Officials announced Tuesday that PWSA is back in compliance with federal standards for lead levels in drinking water. The next day, City Council gave preliminary approval to a bill that would allow the authority to replace the private side of residential lead service lines when it replaces the public side.
PWSA put its partial line replacement program on hold in June, after tests in some homes showed elevated levels of lead in tap water after the replacement of only the public side of the line.
Pennsylvania is getting out of the nursing home business. With the recent sale of both the Washington County Health Center and Armstrong County Health Center, the number of county owned nursing homes has dropped from 36 facilities in 2004 to 18 this year.
Allegheny County Executive Rich Fitzgerald said Allegheny County's four nursing homes are fairing well and that he has no plans to privatize. Still, he said he's worried about how wavering federal funding could affect county health.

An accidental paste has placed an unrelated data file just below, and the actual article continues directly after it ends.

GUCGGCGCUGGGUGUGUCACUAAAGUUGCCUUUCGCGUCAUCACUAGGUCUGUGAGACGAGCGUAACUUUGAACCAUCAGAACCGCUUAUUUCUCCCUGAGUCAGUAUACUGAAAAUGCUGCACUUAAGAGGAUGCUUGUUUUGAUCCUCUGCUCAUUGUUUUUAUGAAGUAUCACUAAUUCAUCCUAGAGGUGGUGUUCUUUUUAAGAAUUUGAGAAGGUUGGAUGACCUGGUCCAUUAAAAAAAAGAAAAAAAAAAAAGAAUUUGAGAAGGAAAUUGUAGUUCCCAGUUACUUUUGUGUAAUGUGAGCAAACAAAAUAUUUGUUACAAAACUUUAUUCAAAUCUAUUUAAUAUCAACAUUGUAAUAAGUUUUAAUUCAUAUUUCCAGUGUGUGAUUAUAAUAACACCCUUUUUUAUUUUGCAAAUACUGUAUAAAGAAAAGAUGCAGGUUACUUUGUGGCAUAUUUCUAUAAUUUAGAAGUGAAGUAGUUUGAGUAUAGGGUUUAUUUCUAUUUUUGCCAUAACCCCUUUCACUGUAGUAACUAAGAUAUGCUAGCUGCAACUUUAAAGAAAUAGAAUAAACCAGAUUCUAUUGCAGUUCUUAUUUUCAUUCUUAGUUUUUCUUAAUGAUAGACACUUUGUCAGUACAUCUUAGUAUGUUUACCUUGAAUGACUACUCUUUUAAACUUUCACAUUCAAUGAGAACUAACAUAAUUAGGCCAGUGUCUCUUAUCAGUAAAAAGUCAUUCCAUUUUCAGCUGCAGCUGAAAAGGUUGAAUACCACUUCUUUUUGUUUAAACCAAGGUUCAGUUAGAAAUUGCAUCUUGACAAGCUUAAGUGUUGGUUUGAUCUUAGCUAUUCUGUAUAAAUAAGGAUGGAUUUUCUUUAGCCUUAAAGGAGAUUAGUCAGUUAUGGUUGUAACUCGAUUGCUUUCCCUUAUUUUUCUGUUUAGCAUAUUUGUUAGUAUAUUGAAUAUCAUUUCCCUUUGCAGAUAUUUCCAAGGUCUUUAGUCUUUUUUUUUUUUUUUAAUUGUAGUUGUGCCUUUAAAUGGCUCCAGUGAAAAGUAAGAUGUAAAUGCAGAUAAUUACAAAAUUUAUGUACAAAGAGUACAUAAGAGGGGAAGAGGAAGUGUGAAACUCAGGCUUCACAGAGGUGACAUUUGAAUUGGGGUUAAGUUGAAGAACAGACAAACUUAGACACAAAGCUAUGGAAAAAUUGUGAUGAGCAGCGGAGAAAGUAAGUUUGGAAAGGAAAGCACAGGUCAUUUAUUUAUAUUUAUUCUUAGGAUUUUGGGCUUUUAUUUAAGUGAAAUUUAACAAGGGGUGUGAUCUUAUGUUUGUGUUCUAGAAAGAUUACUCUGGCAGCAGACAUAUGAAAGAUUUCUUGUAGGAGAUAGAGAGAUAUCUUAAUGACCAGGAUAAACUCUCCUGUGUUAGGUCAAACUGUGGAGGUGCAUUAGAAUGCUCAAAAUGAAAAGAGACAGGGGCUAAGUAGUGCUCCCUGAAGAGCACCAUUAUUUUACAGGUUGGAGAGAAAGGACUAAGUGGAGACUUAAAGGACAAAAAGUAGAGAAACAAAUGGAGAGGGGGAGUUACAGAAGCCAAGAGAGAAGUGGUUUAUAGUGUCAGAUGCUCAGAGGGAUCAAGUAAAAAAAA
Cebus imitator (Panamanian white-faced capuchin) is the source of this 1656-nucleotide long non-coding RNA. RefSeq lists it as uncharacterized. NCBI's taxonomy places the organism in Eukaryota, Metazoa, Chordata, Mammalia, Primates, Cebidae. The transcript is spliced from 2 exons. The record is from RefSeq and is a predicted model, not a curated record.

The Pittsburgh Post-Gazette's Gary Rotstein explains what happens when a nursing home goes from public to private.
The Federal Energy Regulatory Commission has only denied two natural gas pipelines out of hundreds of proposals in the last 30 years, according to analysis by the Center for Public Integrity and StateImpact Pennsylvania. FERC commissioners say pipelines are expensive to build, so the ones that apply are well planned out.
As natural gas pipeline construction booms across the state, Pennsylvanians are seeing changes in their communities.
The Confluence, where the news comes together, is 90.5 WESA’s weekly news program. Each week, reporters, editors and bloggers join veteran journalist and host Kevin Gavin to take an in-depth look at the stories important to the Pittsburgh region.
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